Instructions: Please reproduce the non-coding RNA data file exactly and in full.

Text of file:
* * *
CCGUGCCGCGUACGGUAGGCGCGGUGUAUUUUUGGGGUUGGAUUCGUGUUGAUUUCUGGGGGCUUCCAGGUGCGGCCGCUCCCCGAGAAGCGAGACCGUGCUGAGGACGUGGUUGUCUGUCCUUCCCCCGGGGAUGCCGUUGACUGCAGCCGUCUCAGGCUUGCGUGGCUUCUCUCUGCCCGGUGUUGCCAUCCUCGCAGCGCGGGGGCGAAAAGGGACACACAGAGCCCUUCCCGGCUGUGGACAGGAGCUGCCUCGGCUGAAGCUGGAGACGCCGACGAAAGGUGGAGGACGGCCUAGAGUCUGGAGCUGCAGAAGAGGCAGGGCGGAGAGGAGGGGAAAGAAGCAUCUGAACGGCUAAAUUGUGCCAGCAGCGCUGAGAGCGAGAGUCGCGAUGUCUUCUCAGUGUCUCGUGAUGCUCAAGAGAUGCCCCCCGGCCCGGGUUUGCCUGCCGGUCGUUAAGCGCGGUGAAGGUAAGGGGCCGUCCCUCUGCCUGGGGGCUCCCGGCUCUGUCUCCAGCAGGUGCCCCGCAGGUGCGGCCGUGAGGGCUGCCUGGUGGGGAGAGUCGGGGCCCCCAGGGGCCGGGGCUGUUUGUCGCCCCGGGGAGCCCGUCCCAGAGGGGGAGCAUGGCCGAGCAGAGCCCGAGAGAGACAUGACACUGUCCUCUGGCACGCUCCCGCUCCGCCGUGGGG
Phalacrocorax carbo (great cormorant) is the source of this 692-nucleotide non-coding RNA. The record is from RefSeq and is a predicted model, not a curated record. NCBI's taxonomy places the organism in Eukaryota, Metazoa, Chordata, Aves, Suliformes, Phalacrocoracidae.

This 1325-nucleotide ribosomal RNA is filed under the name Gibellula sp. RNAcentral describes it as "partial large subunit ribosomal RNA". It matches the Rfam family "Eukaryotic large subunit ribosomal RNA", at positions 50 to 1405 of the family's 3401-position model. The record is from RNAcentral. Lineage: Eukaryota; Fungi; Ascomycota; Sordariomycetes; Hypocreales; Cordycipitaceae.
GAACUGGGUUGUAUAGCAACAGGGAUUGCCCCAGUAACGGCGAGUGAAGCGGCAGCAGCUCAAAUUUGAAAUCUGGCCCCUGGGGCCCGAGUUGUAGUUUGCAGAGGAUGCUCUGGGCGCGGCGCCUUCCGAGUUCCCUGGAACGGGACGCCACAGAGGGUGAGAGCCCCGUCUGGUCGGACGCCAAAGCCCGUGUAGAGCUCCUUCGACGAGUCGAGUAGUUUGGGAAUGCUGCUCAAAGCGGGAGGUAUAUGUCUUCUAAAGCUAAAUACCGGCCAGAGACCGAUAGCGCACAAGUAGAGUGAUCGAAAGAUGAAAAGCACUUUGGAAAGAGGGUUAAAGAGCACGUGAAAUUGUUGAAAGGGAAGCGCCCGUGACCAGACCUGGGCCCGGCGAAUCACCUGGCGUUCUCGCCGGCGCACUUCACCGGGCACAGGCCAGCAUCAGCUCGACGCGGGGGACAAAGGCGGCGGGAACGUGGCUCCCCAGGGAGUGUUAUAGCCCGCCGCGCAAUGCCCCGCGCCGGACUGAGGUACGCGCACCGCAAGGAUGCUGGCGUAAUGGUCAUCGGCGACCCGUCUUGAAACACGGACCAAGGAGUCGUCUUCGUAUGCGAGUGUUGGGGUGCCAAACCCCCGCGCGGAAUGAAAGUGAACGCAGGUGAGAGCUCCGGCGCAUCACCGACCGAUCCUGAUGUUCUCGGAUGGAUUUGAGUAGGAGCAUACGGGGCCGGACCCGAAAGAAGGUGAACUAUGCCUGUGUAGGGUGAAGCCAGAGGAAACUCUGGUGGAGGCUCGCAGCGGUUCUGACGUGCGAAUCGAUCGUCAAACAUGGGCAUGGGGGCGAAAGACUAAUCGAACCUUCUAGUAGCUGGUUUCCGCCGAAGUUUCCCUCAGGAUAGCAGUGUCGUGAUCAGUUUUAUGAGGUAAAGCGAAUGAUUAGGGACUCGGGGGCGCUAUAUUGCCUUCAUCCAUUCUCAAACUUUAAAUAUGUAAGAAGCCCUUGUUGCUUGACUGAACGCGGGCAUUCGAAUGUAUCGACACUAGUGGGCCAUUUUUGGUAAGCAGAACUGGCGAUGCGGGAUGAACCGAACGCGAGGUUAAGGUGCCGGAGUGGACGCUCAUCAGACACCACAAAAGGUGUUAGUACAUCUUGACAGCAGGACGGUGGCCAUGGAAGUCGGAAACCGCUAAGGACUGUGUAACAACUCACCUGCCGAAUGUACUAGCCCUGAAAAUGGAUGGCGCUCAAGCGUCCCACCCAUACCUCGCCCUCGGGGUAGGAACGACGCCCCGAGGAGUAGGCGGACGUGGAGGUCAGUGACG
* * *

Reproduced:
CCGUGCCGCGUACGGUAGGCGCGGUGUAUUUUUGGGGUUGGAUUCGUGUUGAUUUCUGGGGGCUUCCAGGUGCGGCCGCUCCCCGAGAAGCGAGACCGUGCUGAGGACGUGGUUGUCUGUCCUUCCCCCGGGGAUGCCGUUGACUGCAGCCGUCUCAGGCUUGCGUGGCUUCUCUCUGCCCGGUGUUGCCAUCCUCGCAGCGCGGGGGCGAAAAGGGACACACAGAGCCCUUCCCGGCUGUGGACAGGAGCUGCCUCGGCUGAAGCUGGAGACGCCGACGAAAGGUGGAGGACGGCCUAGAGUCUGGAGCUGCAGAAGAGGCAGGGCGGAGAGGAGGGGAAAGAAGCAUCUGAACGGCUAAAUUGUGCCAGCAGCGCUGAGAGCGAGAGUCGCGAUGUCUUCUCAGUGUCUCGUGAUGCUCAAGAGAUGCCCCCCGGCCCGGGUUUGCCUGCCGGUCGUUAAGCGCGGUGAAGGUAAGGGGCCGUCCCUCUGCCUGGGGGCUCCCGGCUCUGUCUCCAGCAGGUGCCCCGCAGGUGCGGCCGUGAGGGCUGCCUGGUGGGGAGAGUCGGGGCCCCCAGGGGCCGGGGCUGUUUGUCGCCCCGGGGAGCCCGUCCCAGAGGGGGAGCAUGGCCGAGCAGAGCCCGAGAGAGACAUGACACUGUCCUCUGGCACGCUCCCGCUCCGCCGUGGGG
Phalacrocorax carbo (great cormorant) is the source of this 692-nucleotide non-coding RNA. The record is from RefSeq and is a predicted model, not a curated record. NCBI's taxonomy places the organism in Eukaryota, Metazoa, Chordata, Aves, Suliformes, Phalacrocoracidae.

This 1325-nucleotide ribosomal RNA is filed under the name Gibellula sp. RNAcentral describes it as "partial large subunit ribosomal RNA". It matches the Rfam family "Eukaryotic large subunit ribosomal RNA", at positions 50 to 1405 of the family's 3401-position model. The record is from RNAcentral. Lineage: Eukaryota; Fungi; Ascomycota; Sordariomycetes; Hypocreales; Cordycipitaceae.
GAACUGGGUUGUAUAGCAACAGGGAUUGCCCCAGUAACGGCGAGUGAAGCGGCAGCAGCUCAAAUUUGAAAUCUGGCCCCUGGGGCCCGAGUUGUAGUUUGCAGAGGAUGCUCUGGGCGCGGCGCCUUCCGAGUUCCCUGGAACGGGACGCCACAGAGGGUGAGAGCCCCGUCUGGUCGGACGCCAAAGCCCGUGUAGAGCUCCUUCGACGAGUCGAGUAGUUUGGGAAUGCUGCUCAAAGCGGGAGGUAUAUGUCUUCUAAAGCUAAAUACCGGCCAGAGACCGAUAGCGCACAAGUAGAGUGAUCGAAAGAUGAAAAGCACUUUGGAAAGAGGGUUAAAGAGCACGUGAAAUUGUUGAAAGGGAAGCGCCCGUGACCAGACCUGGGCCCGGCGAAUCACCUGGCGUUCUCGCCGGCGCACUUCACCGGGCACAGGCCAGCAUCAGCUCGACGCGGGGGACAAAGGCGGCGGGAACGUGGCUCCCCAGGGAGUGUUAUAGCCCGCCGCGCAAUGCCCCGCGCCGGACUGAGGUACGCGCACCGCAAGGAUGCUGGCGUAAUGGUCAUCGGCGACCCGUCUUGAAACACGGACCAAGGAGUCGUCUUCGUAUGCGAGUGUUGGGGUGCCAAACCCCCGCGCGGAAUGAAAGUGAACGCAGGUGAGAGCUCCGGCGCAUCACCGACCGAUCCUGAUGUUCUCGGAUGGAUUUGAGUAGGAGCAUACGGGGCCGGACCCGAAAGAAGGUGAACUAUGCCUGUGUAGGGUGAAGCCAGAGGAAACUCUGGUGGAGGCUCGCAGCGGUUCUGACGUGCGAAUCGAUCGUCAAACAUGGGCAUGGGGGCGAAAGACUAAUCGAACCUUCUAGUAGCUGGUUUCCGCCGAAGUUUCCCUCAGGAUAGCAGUGUCGUGAUCAGUUUUAUGAGGUAAAGCGAAUGAUUAGGGACUCGGGGGCGCUAUAUUGCCUUCAUCCAUUCUCAAACUUUAAAUAUGUAAGAAGCCCUUGUUGCUUGACUGAACGCGGGCAUUCGAAUGUAUCGACACUAGUGGGCCAUUUUUGGUAAGCAGAACUGGCGAUGCGGGAUGAACCGAACGCGAGGUUAAGGUGCCGGAGUGGACGCUCAUCAGACACCACAAAAGGUGUUAGUACAUCUUGACAGCAGGACGGUGGCCAUGGAAGUCGGAAACCGCUAAGGACUGUGUAACAACUCACCUGCCGAAUGUACUAGCCCUGAAAAUGGAUGGCGCUCAAGCGUCCCACCCAUACCUCGCCCUCGGGGUAGGAACGACGCCCCGAGGAGUAGGCGGACGUGGAGGUCAGUGACG